E-Learning is considered as one of the main reasons that have caused a general decrease in the student’s ability to read and write well. Innovative technological solutions, when applied in the field of e-Learning, bring significant benefits both – economic and educational, which make up for the negative aspects of Internet usage and the subsequent adverse social effects. Teachers and parents, being responsible for the actions of youth, are worried about the fact that kids are not up to reprehend the viewed information critically; furthermore, they often suppose that anything seen in the spaces of WWW is real. This disables students to make any creative decision or approach in his / her life (Aiex, 1989; Feenberg, 2007). When everything unfolds before the children’s eyes like real-life images, their imagination becomes infertile.

Probably one of the most demoralizing impacts on language which happened because of widely spread e-Learning is the use of e-mails in which language is given with an extremely lowered level of respect (Derbyshire, 2000). If we try to combine the structure of the languages which were taught at least thirty years ago with the contemporary sentences used in electronic communication, it would be rather easy to distinguish that obvious difference between the two. It is a significant fact, that at the previous stages of e-mail communication development, web etiquette never required electronic letters to be formal, even when lettering occurred between formal counterparts. As a result, mistakes in spelling, grammar, and sentence structure were acceptable even informal and business correspondence. On the contrary, letter writing was a manner of expression of respect towards a person or a company. Similarly, the wide use of emoticons and abbreviations has negatively influenced the literary abilities of people. Perfection of language thus became the least priority in electronic communications, even in a formal context (Fridman, 2000).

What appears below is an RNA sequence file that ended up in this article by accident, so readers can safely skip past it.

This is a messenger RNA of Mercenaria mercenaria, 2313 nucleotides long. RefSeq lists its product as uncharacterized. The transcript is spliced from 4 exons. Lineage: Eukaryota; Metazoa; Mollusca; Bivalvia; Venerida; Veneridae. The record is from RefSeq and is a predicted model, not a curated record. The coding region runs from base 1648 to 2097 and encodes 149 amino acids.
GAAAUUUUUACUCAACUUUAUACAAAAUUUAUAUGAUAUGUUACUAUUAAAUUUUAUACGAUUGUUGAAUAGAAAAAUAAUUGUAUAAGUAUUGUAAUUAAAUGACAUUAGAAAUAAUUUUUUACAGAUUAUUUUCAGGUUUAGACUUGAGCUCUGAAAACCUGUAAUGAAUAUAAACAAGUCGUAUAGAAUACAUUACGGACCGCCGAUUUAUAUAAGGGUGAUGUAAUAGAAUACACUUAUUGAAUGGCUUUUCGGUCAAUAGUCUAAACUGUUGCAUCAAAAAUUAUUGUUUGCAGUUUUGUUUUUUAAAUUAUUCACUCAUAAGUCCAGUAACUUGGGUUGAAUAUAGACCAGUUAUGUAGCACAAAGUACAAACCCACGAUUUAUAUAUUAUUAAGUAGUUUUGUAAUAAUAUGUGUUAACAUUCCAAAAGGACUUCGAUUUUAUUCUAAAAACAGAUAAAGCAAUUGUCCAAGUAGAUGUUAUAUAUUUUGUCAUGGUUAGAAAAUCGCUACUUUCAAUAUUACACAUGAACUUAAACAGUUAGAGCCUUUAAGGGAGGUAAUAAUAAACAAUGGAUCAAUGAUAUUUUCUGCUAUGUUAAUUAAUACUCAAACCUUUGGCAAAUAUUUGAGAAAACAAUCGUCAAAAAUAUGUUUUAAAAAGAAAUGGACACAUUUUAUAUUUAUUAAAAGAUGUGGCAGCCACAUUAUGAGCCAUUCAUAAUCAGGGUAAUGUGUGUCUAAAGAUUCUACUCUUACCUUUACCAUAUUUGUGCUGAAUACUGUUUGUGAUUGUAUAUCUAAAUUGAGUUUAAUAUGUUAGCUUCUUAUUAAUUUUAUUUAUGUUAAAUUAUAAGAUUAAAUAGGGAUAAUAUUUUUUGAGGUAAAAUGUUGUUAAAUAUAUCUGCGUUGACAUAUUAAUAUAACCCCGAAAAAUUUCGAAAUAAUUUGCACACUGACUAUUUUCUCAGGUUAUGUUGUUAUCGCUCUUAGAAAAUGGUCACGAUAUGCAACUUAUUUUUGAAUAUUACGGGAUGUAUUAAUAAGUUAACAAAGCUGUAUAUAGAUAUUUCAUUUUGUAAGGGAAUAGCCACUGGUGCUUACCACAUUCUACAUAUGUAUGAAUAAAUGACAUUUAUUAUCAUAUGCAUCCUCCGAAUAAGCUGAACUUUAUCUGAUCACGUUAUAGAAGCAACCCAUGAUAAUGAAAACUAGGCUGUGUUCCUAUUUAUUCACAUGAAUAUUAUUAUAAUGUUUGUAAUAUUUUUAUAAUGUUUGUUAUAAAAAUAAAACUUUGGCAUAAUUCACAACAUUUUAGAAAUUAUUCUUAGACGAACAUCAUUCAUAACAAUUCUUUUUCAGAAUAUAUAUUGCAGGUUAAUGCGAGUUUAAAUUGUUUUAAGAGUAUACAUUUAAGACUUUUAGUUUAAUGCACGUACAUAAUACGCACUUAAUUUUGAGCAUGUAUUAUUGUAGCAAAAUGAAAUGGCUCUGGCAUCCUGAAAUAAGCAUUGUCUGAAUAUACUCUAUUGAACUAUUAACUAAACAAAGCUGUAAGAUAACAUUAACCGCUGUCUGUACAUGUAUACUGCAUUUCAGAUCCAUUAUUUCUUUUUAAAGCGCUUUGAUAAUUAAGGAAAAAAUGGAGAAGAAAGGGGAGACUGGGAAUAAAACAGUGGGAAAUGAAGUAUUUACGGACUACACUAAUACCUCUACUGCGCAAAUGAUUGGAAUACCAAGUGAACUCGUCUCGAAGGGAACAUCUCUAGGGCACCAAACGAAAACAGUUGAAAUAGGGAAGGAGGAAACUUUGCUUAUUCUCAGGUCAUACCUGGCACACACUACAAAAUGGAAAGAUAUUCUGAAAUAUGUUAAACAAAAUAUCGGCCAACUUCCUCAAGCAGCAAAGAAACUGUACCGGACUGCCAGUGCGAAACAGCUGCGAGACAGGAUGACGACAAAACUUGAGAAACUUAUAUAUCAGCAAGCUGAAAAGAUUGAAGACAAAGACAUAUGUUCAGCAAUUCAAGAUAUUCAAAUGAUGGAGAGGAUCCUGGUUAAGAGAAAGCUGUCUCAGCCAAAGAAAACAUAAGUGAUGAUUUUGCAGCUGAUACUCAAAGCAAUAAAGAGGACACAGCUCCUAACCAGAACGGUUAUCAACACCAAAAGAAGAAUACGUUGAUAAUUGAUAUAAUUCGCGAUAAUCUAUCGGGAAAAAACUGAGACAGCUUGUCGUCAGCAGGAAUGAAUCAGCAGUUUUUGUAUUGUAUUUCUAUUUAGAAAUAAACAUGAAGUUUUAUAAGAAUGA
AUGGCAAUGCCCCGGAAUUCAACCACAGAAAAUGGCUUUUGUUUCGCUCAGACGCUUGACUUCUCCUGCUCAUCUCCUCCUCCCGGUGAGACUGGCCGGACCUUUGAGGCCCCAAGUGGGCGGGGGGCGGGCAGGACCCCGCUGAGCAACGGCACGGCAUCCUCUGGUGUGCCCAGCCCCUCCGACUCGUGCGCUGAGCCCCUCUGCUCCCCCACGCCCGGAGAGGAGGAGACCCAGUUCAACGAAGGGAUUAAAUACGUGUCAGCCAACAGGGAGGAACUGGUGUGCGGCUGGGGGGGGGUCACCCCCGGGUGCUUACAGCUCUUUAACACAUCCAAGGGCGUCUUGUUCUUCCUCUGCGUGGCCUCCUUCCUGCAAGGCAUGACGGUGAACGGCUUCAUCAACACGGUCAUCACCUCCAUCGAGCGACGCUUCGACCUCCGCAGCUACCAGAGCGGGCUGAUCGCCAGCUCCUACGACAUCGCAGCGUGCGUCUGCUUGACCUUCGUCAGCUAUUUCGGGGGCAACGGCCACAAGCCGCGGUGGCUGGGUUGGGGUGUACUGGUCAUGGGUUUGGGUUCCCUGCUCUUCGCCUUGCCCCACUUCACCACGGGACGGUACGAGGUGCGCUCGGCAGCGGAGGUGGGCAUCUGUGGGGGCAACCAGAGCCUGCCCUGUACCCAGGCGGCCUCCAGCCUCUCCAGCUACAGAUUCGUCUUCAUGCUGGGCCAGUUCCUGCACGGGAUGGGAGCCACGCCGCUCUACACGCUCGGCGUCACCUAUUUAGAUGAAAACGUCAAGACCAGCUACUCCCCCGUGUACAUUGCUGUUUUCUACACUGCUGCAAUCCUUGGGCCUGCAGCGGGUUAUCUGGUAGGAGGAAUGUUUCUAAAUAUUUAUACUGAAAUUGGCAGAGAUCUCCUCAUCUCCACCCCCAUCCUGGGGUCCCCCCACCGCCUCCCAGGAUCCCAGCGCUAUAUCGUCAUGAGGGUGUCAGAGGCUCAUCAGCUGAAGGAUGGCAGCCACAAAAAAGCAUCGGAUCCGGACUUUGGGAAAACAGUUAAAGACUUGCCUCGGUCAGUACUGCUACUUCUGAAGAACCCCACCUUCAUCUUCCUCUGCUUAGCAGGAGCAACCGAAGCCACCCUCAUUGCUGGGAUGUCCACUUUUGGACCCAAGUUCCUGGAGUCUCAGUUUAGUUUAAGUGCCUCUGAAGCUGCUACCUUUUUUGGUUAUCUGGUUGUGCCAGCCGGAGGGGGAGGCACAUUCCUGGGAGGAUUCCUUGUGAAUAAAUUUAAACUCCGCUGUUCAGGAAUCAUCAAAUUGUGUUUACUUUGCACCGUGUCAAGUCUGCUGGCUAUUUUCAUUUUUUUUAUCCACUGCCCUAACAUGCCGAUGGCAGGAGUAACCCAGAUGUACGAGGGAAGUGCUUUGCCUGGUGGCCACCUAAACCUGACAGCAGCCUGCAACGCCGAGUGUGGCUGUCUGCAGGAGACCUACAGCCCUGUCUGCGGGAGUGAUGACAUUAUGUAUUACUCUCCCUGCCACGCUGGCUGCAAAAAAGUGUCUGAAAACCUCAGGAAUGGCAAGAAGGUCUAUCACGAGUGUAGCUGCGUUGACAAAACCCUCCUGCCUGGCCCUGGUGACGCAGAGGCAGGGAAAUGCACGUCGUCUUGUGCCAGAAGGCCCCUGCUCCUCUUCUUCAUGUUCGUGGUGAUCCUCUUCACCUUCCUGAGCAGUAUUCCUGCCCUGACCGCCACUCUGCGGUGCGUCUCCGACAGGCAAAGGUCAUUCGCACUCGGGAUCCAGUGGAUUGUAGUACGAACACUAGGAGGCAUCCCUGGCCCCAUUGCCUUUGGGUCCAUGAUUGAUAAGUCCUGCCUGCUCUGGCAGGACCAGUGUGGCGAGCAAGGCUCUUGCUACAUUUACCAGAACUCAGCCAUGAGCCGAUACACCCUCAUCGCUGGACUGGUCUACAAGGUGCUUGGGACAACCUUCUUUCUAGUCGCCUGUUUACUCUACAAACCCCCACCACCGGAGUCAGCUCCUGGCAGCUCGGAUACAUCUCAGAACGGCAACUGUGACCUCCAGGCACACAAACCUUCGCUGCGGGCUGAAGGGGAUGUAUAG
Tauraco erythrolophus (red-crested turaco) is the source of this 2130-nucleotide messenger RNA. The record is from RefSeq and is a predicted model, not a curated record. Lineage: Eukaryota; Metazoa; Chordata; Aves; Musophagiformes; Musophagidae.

E-Learning also has a negative impact on reading and writing skills. School curriculums tend to stimulate extensive usage of the Internet and by permitting students to submit papers made in electronic form and pass them typewritten. This way, typing skills of students are much better than the reading abilities. The computer software that is used for creating reports and educational projects provides an option for checking and correcting mistakes: both spelling and grammatical, and prevents the student from studying grammar rules, which then leads to repetition of previously made mistakes (Derbyshire, 2000).

Conclusion

It is a fact that Internet has revolutionized the educational sector to a great extent and facilitated many advantages that were not available a few years before. It has also helped to widen the reach of education even to the common man by negating the element of distance. However, it is debatable whether Internet has raised the quality of education. It has enhanced the availability of education but may not have surpassed the quality of time-tested educational methods.

Works Cited

  1. Audrey D. McCray., Sharon Vaughn., & La Vonne I. Neal. (2001). Not All Students Learn to Read by Third Grade: Middle School Students Speak Out About Their Reading Disabilities. Journal of Special Education.
  2. Wilson, B. A. (1999). Older students: Making reading happen. Perspectives. 25(3). P. 23-25.
  3. Fridman Sherman. (2000). Stanford Study Says Internet Transforming Daily Life. Newsbytes PM.
  4. Bonisteel, Steven. (2000). Internet Transforming Campuses. Newsbytes News Network.
  5. Gomolski, Barb. (2001). E-BUSINESS PULSE. InfoWorld.
  6. Derbyshire, John. (2000). The Future of English: A mighty language and its prospects. National Review.
  7. Wang, M. C. (1992). Adaptive Education Strategies: Building on Diversity. Baltimore: Paul H. Brookes Publishing Co.
  8. Aiex, Nola Kortner. (1989), How to “Read” Television: Teaching Students to View TV Critically. ERIC, EDO-CS-89-07.
  9. Feenberg, Andrew. Reflections on the Distance Learning Controversy.